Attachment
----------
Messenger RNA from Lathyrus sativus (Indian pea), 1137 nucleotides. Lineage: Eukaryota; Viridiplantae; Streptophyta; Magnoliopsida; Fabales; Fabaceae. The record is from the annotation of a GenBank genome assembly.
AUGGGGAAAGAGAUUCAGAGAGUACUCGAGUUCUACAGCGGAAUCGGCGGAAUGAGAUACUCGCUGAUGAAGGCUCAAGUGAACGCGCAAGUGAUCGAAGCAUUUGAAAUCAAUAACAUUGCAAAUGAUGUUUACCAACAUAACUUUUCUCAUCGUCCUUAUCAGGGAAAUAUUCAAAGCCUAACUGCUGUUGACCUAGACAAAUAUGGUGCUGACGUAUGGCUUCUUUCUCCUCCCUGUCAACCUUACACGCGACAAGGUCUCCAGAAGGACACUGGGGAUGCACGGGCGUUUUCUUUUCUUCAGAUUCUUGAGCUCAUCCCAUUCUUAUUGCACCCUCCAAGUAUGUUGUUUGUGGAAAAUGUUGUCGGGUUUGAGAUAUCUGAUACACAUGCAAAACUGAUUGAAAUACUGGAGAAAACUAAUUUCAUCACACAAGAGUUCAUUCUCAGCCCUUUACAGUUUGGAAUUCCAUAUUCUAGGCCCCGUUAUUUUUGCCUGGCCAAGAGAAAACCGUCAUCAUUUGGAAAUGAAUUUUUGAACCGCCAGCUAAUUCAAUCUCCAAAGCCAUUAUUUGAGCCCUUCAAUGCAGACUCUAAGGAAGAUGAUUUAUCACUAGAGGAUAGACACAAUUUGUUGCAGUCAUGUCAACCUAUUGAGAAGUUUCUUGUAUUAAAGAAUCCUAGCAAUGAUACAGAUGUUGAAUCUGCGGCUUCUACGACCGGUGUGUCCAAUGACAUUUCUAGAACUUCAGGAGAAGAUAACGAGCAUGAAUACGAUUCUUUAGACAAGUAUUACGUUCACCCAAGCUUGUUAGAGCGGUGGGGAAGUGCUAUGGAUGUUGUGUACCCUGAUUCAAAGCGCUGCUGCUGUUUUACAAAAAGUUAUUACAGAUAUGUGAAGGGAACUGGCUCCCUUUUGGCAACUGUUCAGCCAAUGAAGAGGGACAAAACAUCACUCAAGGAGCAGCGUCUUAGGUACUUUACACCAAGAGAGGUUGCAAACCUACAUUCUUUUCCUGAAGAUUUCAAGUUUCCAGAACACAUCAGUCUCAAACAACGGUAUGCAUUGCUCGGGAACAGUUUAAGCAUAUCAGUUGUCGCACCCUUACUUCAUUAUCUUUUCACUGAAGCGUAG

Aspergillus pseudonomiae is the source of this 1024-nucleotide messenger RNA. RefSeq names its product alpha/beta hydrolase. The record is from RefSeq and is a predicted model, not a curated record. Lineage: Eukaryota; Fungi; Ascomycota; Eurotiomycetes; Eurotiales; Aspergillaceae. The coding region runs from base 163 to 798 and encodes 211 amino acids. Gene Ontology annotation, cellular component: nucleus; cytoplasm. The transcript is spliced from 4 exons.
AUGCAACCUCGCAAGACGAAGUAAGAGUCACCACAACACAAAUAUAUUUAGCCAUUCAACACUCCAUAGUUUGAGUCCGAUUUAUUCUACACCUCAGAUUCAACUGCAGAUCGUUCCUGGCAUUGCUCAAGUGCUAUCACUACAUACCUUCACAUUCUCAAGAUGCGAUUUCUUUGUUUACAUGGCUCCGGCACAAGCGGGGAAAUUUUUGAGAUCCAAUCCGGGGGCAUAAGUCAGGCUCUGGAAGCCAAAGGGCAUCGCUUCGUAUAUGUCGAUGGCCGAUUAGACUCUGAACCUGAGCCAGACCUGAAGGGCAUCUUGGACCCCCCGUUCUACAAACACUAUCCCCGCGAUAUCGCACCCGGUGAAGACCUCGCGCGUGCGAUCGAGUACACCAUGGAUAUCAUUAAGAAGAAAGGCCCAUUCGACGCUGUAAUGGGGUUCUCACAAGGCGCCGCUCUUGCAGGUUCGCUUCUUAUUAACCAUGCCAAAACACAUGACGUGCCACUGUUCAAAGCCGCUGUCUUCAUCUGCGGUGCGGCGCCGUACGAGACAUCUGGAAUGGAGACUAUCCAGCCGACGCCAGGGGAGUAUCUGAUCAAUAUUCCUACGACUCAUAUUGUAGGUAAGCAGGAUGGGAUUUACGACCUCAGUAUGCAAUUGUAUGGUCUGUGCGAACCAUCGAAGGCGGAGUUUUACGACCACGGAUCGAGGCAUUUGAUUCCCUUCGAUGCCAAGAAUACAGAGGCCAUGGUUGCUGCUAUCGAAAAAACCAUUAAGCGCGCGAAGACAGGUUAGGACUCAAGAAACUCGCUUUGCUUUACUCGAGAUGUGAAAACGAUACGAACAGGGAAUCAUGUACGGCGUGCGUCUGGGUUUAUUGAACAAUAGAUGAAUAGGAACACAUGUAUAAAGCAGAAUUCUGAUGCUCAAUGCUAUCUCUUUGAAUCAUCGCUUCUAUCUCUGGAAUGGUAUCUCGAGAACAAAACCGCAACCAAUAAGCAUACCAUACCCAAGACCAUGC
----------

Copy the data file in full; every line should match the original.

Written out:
Messenger RNA from Lathyrus sativus (Indian pea), 1137 nucleotides. Lineage: Eukaryota; Viridiplantae; Streptophyta; Magnoliopsida; Fabales; Fabaceae. The record is from the annotation of a GenBank genome assembly.
AUGGGGAAAGAGAUUCAGAGAGUACUCGAGUUCUACAGCGGAAUCGGCGGAAUGAGAUACUCGCUGAUGAAGGCUCAAGUGAACGCGCAAGUGAUCGAAGCAUUUGAAAUCAAUAACAUUGCAAAUGAUGUUUACCAACAUAACUUUUCUCAUCGUCCUUAUCAGGGAAAUAUUCAAAGCCUAACUGCUGUUGACCUAGACAAAUAUGGUGCUGACGUAUGGCUUCUUUCUCCUCCCUGUCAACCUUACACGCGACAAGGUCUCCAGAAGGACACUGGGGAUGCACGGGCGUUUUCUUUUCUUCAGAUUCUUGAGCUCAUCCCAUUCUUAUUGCACCCUCCAAGUAUGUUGUUUGUGGAAAAUGUUGUCGGGUUUGAGAUAUCUGAUACACAUGCAAAACUGAUUGAAAUACUGGAGAAAACUAAUUUCAUCACACAAGAGUUCAUUCUCAGCCCUUUACAGUUUGGAAUUCCAUAUUCUAGGCCCCGUUAUUUUUGCCUGGCCAAGAGAAAACCGUCAUCAUUUGGAAAUGAAUUUUUGAACCGCCAGCUAAUUCAAUCUCCAAAGCCAUUAUUUGAGCCCUUCAAUGCAGACUCUAAGGAAGAUGAUUUAUCACUAGAGGAUAGACACAAUUUGUUGCAGUCAUGUCAACCUAUUGAGAAGUUUCUUGUAUUAAAGAAUCCUAGCAAUGAUACAGAUGUUGAAUCUGCGGCUUCUACGACCGGUGUGUCCAAUGACAUUUCUAGAACUUCAGGAGAAGAUAACGAGCAUGAAUACGAUUCUUUAGACAAGUAUUACGUUCACCCAAGCUUGUUAGAGCGGUGGGGAAGUGCUAUGGAUGUUGUGUACCCUGAUUCAAAGCGCUGCUGCUGUUUUACAAAAAGUUAUUACAGAUAUGUGAAGGGAACUGGCUCCCUUUUGGCAACUGUUCAGCCAAUGAAGAGGGACAAAACAUCACUCAAGGAGCAGCGUCUUAGGUACUUUACACCAAGAGAGGUUGCAAACCUACAUUCUUUUCCUGAAGAUUUCAAGUUUCCAGAACACAUCAGUCUCAAACAACGGUAUGCAUUGCUCGGGAACAGUUUAAGCAUAUCAGUUGUCGCACCCUUACUUCAUUAUCUUUUCACUGAAGCGUAG

Aspergillus pseudonomiae is the source of this 1024-nucleotide messenger RNA. RefSeq names its product alpha/beta hydrolase. The record is from RefSeq and is a predicted model, not a curated record. Lineage: Eukaryota; Fungi; Ascomycota; Eurotiomycetes; Eurotiales; Aspergillaceae. The coding region runs from base 163 to 798 and encodes 211 amino acids. Gene Ontology annotation, cellular component: nucleus; cytoplasm. The transcript is spliced from 4 exons.
AUGCAACCUCGCAAGACGAAGUAAGAGUCACCACAACACAAAUAUAUUUAGCCAUUCAACACUCCAUAGUUUGAGUCCGAUUUAUUCUACACCUCAGAUUCAACUGCAGAUCGUUCCUGGCAUUGCUCAAGUGCUAUCACUACAUACCUUCACAUUCUCAAGAUGCGAUUUCUUUGUUUACAUGGCUCCGGCACAAGCGGGGAAAUUUUUGAGAUCCAAUCCGGGGGCAUAAGUCAGGCUCUGGAAGCCAAAGGGCAUCGCUUCGUAUAUGUCGAUGGCCGAUUAGACUCUGAACCUGAGCCAGACCUGAAGGGCAUCUUGGACCCCCCGUUCUACAAACACUAUCCCCGCGAUAUCGCACCCGGUGAAGACCUCGCGCGUGCGAUCGAGUACACCAUGGAUAUCAUUAAGAAGAAAGGCCCAUUCGACGCUGUAAUGGGGUUCUCACAAGGCGCCGCUCUUGCAGGUUCGCUUCUUAUUAACCAUGCCAAAACACAUGACGUGCCACUGUUCAAAGCCGCUGUCUUCAUCUGCGGUGCGGCGCCGUACGAGACAUCUGGAAUGGAGACUAUCCAGCCGACGCCAGGGGAGUAUCUGAUCAAUAUUCCUACGACUCAUAUUGUAGGUAAGCAGGAUGGGAUUUACGACCUCAGUAUGCAAUUGUAUGGUCUGUGCGAACCAUCGAAGGCGGAGUUUUACGACCACGGAUCGAGGCAUUUGAUUCCCUUCGAUGCCAAGAAUACAGAGGCCAUGGUUGCUGCUAUCGAAAAAACCAUUAAGCGCGCGAAGACAGGUUAGGACUCAAGAAACUCGCUUUGCUUUACUCGAGAUGUGAAAACGAUACGAACAGGGAAUCAUGUACGGCGUGCGUCUGGGUUUAUUGAACAAUAGAUGAAUAGGAACACAUGUAUAAAGCAGAAUUCUGAUGCUCAAUGCUAUCUCUUUGAAUCAUCGCUUCUAUCUCUGGAAUGGUAUCUCGAGAACAAAACCGCAACCAAUAAGCAUACCAUACCCAAGACCAUGC